By Jennifer Martin - email
Bill Correll knew the military was inevitable once he turned 18, but with the Army's specialized training program, he thought he would have a chance to finish college before joining the fight in World War II. Despite promises made to the recruits, after weeks of intense training, Correll did not get sent back to Millsaps, but instead joined the 100th Infantry Division.
They set sail for Europe and got caught in a Category 4 hurricane.
"The waves were so high that when the ship was down in the trough, you could see like a mountain of water. When you were up on a crest then you could see all the other ships," Correll recalled.
When the bow dropped into the water, the men knew to run for a hatch to get below deck. Once, Correll was trapped on deck, unable to get to safety.
"When that bow come up, all that water hit me like a ton of bricks and swept me across the deck. I must have been about 3 feet off the deck and slammed me up against the gunnel. The water was like mountains and I knew that even though I was a lifeguard if I'd been out to sea they couldn't have found me. So I was scared to death in a split second. The water sucked me down and almost broke my knees it hurt terribly on those bars. But as soon as the bow went up I got to my feet and ran and unlatched the hatch and got in," Correll added.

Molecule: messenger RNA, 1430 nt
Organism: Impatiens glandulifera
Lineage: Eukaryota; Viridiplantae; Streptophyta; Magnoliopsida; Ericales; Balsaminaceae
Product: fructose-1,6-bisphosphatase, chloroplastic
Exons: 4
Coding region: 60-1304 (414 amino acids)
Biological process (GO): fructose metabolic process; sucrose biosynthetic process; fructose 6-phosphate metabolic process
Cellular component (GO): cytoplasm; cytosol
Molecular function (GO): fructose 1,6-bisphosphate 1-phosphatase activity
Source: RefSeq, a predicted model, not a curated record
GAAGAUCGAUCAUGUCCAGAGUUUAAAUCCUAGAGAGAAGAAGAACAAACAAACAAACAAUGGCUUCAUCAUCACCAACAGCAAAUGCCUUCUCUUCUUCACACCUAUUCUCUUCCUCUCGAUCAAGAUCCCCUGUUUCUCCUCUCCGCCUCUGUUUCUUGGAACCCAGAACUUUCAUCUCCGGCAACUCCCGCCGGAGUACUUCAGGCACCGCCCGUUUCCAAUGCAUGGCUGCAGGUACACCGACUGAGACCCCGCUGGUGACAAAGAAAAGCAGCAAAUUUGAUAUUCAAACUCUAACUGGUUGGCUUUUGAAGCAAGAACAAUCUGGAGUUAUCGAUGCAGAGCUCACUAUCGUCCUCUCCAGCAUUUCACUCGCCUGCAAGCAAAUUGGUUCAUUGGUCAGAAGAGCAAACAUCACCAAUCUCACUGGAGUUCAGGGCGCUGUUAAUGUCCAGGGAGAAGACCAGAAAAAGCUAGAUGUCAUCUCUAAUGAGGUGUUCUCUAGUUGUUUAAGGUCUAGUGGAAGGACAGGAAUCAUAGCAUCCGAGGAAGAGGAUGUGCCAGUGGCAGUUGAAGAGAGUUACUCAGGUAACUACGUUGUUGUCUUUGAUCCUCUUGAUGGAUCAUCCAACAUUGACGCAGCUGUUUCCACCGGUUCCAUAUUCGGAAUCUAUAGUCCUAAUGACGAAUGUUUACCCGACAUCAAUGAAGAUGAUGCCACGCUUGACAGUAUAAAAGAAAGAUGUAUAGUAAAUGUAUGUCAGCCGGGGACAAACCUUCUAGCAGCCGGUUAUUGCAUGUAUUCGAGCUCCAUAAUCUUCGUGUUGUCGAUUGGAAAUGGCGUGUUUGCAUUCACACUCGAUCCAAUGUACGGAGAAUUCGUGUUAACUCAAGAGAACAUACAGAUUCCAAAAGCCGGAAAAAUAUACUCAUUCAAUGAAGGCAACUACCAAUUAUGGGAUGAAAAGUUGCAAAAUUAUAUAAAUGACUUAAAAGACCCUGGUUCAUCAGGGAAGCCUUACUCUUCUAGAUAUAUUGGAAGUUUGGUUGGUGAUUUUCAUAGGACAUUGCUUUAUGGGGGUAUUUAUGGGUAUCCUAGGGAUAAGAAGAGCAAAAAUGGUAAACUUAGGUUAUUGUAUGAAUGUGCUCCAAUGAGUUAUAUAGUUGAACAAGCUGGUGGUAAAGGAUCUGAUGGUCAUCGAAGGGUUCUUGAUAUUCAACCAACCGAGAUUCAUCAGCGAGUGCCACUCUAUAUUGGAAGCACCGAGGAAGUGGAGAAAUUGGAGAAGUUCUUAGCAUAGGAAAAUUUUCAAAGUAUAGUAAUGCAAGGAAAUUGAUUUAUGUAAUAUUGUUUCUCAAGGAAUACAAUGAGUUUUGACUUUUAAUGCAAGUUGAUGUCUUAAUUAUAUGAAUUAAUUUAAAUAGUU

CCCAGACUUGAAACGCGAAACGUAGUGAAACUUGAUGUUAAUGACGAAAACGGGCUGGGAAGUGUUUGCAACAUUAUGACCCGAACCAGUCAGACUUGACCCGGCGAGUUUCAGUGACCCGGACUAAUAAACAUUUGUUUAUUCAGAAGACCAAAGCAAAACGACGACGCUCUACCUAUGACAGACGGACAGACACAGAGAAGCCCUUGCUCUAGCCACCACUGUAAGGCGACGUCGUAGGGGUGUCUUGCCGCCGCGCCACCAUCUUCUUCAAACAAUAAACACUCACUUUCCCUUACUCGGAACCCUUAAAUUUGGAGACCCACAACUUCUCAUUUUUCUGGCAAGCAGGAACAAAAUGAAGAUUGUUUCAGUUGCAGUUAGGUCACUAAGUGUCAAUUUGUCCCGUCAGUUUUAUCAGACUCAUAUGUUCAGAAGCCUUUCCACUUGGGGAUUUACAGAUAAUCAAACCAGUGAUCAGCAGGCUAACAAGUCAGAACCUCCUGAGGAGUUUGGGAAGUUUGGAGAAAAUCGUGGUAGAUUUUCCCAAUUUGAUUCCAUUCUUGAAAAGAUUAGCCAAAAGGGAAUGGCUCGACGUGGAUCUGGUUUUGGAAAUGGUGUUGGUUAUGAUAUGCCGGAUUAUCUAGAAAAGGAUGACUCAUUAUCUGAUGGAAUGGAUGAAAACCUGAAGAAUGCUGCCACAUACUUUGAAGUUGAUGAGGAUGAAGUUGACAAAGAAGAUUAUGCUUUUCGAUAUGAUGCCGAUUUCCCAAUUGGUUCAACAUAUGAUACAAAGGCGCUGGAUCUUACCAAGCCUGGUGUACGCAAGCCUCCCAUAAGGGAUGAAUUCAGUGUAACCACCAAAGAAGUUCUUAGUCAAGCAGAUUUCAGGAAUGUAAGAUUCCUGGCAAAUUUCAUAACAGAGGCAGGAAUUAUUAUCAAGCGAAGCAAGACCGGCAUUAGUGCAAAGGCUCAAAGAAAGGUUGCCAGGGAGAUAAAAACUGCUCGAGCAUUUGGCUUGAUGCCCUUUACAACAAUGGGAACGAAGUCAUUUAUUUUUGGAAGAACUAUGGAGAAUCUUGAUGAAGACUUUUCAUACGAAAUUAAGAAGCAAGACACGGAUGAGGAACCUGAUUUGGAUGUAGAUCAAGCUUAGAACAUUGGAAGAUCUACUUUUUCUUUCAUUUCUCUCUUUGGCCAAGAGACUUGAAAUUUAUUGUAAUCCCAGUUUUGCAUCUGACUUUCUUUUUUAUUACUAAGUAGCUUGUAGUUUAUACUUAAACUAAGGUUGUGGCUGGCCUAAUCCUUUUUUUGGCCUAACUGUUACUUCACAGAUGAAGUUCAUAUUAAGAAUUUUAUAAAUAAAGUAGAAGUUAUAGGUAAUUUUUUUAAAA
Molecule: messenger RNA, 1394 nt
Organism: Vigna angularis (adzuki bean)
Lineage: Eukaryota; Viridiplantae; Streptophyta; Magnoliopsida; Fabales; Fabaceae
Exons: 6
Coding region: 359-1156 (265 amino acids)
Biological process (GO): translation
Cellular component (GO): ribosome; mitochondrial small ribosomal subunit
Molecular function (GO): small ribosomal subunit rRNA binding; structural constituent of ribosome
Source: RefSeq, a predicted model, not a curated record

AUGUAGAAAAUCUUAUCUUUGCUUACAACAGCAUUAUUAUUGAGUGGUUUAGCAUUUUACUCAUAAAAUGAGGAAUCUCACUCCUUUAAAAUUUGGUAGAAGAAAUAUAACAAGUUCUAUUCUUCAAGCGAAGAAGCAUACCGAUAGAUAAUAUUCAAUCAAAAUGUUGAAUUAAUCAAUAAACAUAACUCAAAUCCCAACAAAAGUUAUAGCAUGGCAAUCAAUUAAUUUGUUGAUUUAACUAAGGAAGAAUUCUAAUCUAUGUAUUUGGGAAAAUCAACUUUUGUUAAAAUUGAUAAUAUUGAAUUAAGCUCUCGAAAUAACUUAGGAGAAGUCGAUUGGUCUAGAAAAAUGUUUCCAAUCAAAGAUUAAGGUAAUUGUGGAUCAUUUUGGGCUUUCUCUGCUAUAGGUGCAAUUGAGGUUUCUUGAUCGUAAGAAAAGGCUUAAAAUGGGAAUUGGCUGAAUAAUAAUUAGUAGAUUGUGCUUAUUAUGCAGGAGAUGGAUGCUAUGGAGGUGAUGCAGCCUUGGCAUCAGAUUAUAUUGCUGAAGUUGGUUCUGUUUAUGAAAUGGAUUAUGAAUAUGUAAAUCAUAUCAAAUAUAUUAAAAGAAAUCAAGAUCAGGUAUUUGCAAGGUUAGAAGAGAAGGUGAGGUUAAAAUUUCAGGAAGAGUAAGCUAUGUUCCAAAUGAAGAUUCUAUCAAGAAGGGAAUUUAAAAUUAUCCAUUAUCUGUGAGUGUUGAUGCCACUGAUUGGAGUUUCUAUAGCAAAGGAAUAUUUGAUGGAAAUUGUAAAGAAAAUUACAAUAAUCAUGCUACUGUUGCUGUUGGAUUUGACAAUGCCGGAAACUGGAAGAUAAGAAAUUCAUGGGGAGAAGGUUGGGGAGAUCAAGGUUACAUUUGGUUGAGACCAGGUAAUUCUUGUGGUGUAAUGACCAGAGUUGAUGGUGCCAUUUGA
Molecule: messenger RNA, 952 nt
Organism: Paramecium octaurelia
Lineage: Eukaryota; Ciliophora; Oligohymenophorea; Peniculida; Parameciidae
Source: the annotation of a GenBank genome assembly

He volunteered to help the crew, as most were struck with terrible seasickness. He got three meals a day and a freshwater shower.
It was the dead of winter when we arrived in Marseilles.
"We had to march 12 miles out of Marseilles about two weeks or more. And lo and behold it started raining in torrents. It just became a big quagmire you know. We pitched pup tents. Those tents didn't keep the water and the mud out. It was very cold. During the night, we'd be sent to Marseilles by truck to unload ships, supplies. It was very cold and damp," Correll said.
"We transported about 300 miles up to the Vosges Mountains and that's where we got out of the train and we were sent up to relieve the 45th Infantry Division," Correll added.
"We're standing outside and it's very cold and down the mountain a little ways our company commander and some of the sergeants built a fire. And I knew the Germans were bound to see the smoke. So a few minutes later, I had very good hearing, I heard mortar shells coming. So I dove in the dugout and the other two guys finally followed me. But just as they got in, a whole barrage of mortar shells and one of our fellows was killed," Correll added.
"I had a suicide job. I was a scout. We had a 12 man squad. Nowadays I think they have less men in the squad. But you're out there in front of the rest of the guys to draw fire. You have to be an accurate rifleman, be able to see through camoflauge and be fast and so called intelligent. But it's a dangerous job," Correll said.
But it wouldn't be gunfire that would put Correll in the hospital for months to come. Mother nature would do that.